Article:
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Gov response is out – peppercorn ground rents and much more…

21 December 2017

Department for Communities and Local Government has today published the Government’s response to the recent consultation on ‘Tackling unfair practices in the leasehold market’ .

The response is available online on the website.

As you know, the Department ran a public consultation for eight weeks from 25 July to 19 September 2017. The consultation received over 6,000 responses, mostly in favour of radical change, demonstrating that leasehold has become a matter of wide public interest. 

In the opening remarks of the response, Sajid Javid, Sec State for Communities and Local Government, said “Leasehold has been a part of the UK’s housing landscape for generations, usually put to sensible use in buildings with shared fabric and infrastructure, such as blocks of flats. Leasehold should be just that, a tool for making multiple ownership more straightforward. It should not be a means of extracting ever-more cash from the pockets of already overstretched housebuyers. Yet, in the hands of unscrupulous freeholders, that is exactly what it has become…   …These practices are practically feudal and entirely unjustifiable…”

Through the response to the consultation, the Government is setting out a range of measures to crackdown on unfair leasehold practices, which include:

  • introducing legislation to prohibit the development of new build leasehold houses, other than in exceptional circumstances;
  • restricting ground rents in newly established leases of  houses and flats to a peppercorn (zero financial value);
  • addressing loopholes in the law to improve transparency and fairness for leaseholders and freeholders; and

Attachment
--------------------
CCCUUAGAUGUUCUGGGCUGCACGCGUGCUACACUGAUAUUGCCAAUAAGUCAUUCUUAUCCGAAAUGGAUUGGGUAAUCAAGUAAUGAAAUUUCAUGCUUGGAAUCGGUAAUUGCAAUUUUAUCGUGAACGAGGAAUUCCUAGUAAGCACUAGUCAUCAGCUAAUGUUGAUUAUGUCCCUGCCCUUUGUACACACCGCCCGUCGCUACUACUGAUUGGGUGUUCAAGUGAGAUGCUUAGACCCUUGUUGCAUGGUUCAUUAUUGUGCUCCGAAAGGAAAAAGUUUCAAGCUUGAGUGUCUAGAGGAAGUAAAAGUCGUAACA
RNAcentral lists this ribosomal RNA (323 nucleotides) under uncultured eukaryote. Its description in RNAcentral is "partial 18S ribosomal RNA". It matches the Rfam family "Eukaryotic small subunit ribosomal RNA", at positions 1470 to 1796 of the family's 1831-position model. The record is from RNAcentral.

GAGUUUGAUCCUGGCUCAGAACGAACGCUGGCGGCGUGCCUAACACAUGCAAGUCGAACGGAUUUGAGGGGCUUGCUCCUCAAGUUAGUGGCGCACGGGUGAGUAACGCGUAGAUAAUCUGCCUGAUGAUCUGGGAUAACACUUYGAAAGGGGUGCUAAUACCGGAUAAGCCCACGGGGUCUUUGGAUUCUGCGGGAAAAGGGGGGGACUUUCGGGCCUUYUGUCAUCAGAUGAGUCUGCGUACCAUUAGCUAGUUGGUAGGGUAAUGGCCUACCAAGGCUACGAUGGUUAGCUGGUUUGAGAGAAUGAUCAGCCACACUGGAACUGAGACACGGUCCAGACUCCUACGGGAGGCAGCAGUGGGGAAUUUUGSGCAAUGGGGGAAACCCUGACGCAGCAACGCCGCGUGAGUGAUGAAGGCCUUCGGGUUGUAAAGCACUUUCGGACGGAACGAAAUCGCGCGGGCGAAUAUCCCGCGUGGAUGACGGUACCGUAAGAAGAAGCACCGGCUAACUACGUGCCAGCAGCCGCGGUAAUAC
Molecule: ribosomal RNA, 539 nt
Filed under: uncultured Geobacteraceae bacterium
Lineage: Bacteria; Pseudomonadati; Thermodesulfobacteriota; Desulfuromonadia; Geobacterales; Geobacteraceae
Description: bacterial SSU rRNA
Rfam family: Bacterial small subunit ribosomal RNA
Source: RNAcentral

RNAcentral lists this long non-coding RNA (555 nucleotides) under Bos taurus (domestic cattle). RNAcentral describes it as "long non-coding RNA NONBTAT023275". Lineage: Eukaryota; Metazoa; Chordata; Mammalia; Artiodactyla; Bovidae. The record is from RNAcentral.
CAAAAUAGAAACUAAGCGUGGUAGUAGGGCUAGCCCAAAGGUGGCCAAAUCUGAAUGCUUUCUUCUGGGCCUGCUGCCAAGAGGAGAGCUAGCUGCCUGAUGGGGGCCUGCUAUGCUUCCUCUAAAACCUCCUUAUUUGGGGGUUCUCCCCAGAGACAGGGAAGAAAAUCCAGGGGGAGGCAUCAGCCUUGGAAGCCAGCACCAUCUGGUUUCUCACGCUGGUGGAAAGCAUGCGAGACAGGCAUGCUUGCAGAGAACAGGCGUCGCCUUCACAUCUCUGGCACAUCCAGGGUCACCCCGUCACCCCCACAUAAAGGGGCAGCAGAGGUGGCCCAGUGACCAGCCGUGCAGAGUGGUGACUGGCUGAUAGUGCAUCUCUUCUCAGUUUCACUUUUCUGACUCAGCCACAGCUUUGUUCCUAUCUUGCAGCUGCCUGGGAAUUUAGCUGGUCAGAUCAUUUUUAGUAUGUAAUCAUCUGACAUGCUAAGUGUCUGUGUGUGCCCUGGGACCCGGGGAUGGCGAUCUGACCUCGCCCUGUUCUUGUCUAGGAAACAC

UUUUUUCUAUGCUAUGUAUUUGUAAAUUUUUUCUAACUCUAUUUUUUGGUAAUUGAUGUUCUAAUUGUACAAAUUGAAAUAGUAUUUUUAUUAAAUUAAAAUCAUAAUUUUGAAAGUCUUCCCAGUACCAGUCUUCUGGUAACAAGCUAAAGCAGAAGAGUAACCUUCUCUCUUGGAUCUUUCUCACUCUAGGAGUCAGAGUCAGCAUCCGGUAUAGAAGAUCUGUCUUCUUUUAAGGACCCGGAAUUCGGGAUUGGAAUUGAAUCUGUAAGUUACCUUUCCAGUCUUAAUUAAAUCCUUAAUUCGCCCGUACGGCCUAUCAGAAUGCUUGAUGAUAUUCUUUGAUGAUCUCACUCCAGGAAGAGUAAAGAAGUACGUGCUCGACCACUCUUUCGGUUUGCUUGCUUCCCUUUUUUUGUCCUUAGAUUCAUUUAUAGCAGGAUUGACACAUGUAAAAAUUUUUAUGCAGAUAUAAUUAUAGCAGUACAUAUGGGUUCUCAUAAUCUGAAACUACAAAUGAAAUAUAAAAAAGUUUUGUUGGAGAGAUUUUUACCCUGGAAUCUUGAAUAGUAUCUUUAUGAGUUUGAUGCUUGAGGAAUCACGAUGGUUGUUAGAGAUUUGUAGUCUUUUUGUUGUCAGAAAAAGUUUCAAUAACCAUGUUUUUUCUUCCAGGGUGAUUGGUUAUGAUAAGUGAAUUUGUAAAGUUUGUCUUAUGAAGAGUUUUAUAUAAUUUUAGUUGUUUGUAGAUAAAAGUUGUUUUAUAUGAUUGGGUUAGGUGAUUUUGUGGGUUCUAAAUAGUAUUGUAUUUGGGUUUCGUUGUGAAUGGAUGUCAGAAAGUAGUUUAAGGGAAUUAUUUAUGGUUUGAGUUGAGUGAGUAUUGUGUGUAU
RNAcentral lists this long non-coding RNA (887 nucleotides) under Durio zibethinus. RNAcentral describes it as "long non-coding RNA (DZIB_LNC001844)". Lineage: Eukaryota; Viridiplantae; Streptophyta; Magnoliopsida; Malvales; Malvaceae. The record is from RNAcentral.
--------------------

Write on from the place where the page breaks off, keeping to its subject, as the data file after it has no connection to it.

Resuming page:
• working with the Law Commission to support existing leaseholders – including making buying a freehold or extending a lease easier, faster, fairer and cheaper; reinvigorating commonhold to provide greater choice for consumers; and to take forward the work in our recent call for evidence on regulating managing agents (‘Protecting consumers in the letting and managing agent market: a call for evidence’).

Our reading is that this will not happen immediately. Brexit is mopping up a good deal of legislative capacity and the likelihood is legislation could be brought forward in the second session, in 2019/2020. That said, DCLG has strengthened its leasehold/PRS team. The 13th Law Commission programme of law reform will likely be focussing on leasehold reform, also commonhold.

The government is sending a clear message that it wants to see meaningful improvements in our sector. Early in the New Year, I am expecting a similarly robust push for change with the regulation of managing agents and how they are qualified/accredited and held to account. As I said in our IRPM Christmas message only this morning, “IRPM is preparing for the changes that are coming in our sector”.  This response from government is just the beginning but if it ends in a happier leasehold sector, with more trust and transparency between the parties, then our industry is heading into a healthier and more professionalised space. That has to be a good thing for IRPM qualified professionals.

Hopefully this will be the last IRPM bulletin of 2017. Have a good holiday and come back fresh for what promises to be a lively and fascinating 2018!

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